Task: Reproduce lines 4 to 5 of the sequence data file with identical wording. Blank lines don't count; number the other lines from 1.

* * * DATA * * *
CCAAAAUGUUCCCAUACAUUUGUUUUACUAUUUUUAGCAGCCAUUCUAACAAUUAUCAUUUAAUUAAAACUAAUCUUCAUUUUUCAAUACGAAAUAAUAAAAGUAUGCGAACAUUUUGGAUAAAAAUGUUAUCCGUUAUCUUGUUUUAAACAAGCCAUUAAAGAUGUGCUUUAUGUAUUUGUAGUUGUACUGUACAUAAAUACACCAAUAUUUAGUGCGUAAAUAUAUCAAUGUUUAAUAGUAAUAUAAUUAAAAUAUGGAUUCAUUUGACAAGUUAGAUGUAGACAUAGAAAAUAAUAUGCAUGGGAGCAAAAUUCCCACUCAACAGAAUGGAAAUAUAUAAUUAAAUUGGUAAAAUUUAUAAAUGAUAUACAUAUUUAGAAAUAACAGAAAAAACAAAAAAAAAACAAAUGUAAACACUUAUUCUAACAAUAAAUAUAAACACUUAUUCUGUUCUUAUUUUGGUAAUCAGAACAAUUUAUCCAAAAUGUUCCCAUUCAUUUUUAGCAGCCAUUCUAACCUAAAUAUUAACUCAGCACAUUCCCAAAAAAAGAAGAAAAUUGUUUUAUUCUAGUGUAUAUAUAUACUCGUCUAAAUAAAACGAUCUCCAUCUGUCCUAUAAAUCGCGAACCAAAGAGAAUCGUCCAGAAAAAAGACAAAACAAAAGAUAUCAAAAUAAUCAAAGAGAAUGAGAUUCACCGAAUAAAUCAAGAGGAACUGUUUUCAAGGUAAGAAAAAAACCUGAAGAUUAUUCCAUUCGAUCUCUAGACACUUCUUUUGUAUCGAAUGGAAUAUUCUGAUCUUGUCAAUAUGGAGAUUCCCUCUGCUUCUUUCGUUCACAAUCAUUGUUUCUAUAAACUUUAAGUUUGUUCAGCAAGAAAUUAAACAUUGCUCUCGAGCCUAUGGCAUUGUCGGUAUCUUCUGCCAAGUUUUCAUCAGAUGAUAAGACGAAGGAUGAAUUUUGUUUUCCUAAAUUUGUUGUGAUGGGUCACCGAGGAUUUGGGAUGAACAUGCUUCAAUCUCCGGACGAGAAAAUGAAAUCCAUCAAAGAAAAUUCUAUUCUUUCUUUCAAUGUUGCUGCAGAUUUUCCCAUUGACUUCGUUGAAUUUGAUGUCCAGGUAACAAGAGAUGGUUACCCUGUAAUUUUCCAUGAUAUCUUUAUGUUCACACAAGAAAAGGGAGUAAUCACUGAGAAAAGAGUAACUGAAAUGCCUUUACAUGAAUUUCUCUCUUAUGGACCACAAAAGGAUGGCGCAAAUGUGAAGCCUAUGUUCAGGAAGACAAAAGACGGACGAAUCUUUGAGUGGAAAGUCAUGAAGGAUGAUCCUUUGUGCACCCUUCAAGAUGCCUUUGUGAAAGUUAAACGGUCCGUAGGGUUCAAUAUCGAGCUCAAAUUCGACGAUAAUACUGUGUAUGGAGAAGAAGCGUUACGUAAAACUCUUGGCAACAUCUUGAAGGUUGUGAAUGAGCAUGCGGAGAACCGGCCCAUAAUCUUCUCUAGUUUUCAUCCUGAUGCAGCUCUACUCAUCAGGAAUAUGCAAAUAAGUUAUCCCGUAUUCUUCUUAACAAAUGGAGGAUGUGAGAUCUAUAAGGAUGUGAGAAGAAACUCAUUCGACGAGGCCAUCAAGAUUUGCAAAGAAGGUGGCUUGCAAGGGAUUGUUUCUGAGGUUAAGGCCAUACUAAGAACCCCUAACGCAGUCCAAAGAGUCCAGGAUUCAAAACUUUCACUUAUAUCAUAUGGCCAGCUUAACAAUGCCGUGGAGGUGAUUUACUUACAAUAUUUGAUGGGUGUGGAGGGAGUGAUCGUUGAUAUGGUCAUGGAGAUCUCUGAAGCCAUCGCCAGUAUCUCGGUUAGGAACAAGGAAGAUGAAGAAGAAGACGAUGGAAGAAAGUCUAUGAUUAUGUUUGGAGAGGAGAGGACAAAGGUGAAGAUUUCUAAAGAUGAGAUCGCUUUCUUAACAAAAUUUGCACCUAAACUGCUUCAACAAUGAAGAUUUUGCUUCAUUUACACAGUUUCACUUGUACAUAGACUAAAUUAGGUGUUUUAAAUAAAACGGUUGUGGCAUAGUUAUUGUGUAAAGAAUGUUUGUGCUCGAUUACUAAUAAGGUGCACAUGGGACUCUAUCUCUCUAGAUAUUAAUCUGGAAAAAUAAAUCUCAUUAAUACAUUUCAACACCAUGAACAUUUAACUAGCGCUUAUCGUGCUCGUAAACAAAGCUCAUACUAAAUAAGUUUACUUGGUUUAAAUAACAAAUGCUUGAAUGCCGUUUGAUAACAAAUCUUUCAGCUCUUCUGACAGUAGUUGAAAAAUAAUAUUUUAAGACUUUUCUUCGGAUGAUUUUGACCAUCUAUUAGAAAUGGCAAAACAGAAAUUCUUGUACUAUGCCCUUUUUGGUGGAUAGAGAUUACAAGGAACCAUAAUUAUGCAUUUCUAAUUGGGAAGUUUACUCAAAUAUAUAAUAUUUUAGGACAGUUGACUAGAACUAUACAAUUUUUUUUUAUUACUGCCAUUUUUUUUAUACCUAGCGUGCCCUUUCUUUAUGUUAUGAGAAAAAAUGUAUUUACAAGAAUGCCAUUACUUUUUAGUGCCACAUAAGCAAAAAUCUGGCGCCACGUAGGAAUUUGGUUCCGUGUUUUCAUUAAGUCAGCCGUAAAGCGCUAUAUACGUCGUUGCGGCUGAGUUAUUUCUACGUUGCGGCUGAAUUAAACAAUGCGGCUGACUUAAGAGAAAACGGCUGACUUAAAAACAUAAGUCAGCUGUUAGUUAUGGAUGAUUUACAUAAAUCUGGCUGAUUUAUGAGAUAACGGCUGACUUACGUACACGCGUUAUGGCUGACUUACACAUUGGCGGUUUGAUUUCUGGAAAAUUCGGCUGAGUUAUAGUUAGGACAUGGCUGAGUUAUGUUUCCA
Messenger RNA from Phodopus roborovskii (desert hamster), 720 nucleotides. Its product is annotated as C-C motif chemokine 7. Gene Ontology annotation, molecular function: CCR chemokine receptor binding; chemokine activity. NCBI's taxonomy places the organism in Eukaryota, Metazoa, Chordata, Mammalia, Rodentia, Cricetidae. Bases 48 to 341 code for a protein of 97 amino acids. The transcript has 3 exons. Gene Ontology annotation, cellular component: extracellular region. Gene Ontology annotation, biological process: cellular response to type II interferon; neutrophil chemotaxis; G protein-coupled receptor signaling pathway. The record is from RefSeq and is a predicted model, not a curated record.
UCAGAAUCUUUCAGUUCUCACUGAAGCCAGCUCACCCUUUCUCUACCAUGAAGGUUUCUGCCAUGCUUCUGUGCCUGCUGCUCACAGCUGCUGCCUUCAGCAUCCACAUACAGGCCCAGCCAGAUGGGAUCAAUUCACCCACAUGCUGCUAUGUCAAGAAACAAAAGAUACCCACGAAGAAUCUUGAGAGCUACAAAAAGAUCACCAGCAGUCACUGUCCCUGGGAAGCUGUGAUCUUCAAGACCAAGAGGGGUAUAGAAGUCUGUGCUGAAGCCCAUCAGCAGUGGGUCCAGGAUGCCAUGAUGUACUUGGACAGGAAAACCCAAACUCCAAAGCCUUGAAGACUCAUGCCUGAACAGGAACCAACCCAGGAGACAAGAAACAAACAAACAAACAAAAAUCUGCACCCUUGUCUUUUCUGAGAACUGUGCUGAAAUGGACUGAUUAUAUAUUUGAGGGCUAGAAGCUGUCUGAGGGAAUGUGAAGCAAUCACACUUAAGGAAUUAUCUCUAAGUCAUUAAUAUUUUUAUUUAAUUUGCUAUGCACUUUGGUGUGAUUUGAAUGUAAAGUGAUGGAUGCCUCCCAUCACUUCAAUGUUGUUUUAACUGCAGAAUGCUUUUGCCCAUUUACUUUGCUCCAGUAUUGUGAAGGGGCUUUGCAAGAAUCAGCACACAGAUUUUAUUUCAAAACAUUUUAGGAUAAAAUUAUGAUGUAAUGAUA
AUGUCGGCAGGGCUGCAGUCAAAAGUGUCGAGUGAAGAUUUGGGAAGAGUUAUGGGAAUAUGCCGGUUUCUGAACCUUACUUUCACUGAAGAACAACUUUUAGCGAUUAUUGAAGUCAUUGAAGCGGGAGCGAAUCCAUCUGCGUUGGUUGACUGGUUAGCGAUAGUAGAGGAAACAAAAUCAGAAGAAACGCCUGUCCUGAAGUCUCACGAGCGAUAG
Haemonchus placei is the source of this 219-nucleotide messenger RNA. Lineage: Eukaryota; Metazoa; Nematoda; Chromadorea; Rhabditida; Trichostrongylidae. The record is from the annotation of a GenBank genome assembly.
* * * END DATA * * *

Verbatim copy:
AUGUCGGCAGGGCUGCAGUCAAAAGUGUCGAGUGAAGAUUUGGGAAGAGUUAUGGGAAUAUGCCGGUUUCUGAACCUUACUUUCACUGAAGAACAACUUUUAGCGAUUAUUGAAGUCAUUGAAGCGGGAGCGAAUCCAUCUGCGUUGGUUGACUGGUUAGCGAUAGUAGAGGAAACAAAAUCAGAAGAAACGCCUGUCCUGAAGUCUCACGAGCGAUAG
Haemonchus placei is the source of this 219-nucleotide messenger RNA. Lineage: Eukaryota; Metazoa; Nematoda; Chromadorea; Rhabditida; Trichostrongylidae. The record is from the annotation of a GenBank genome assembly.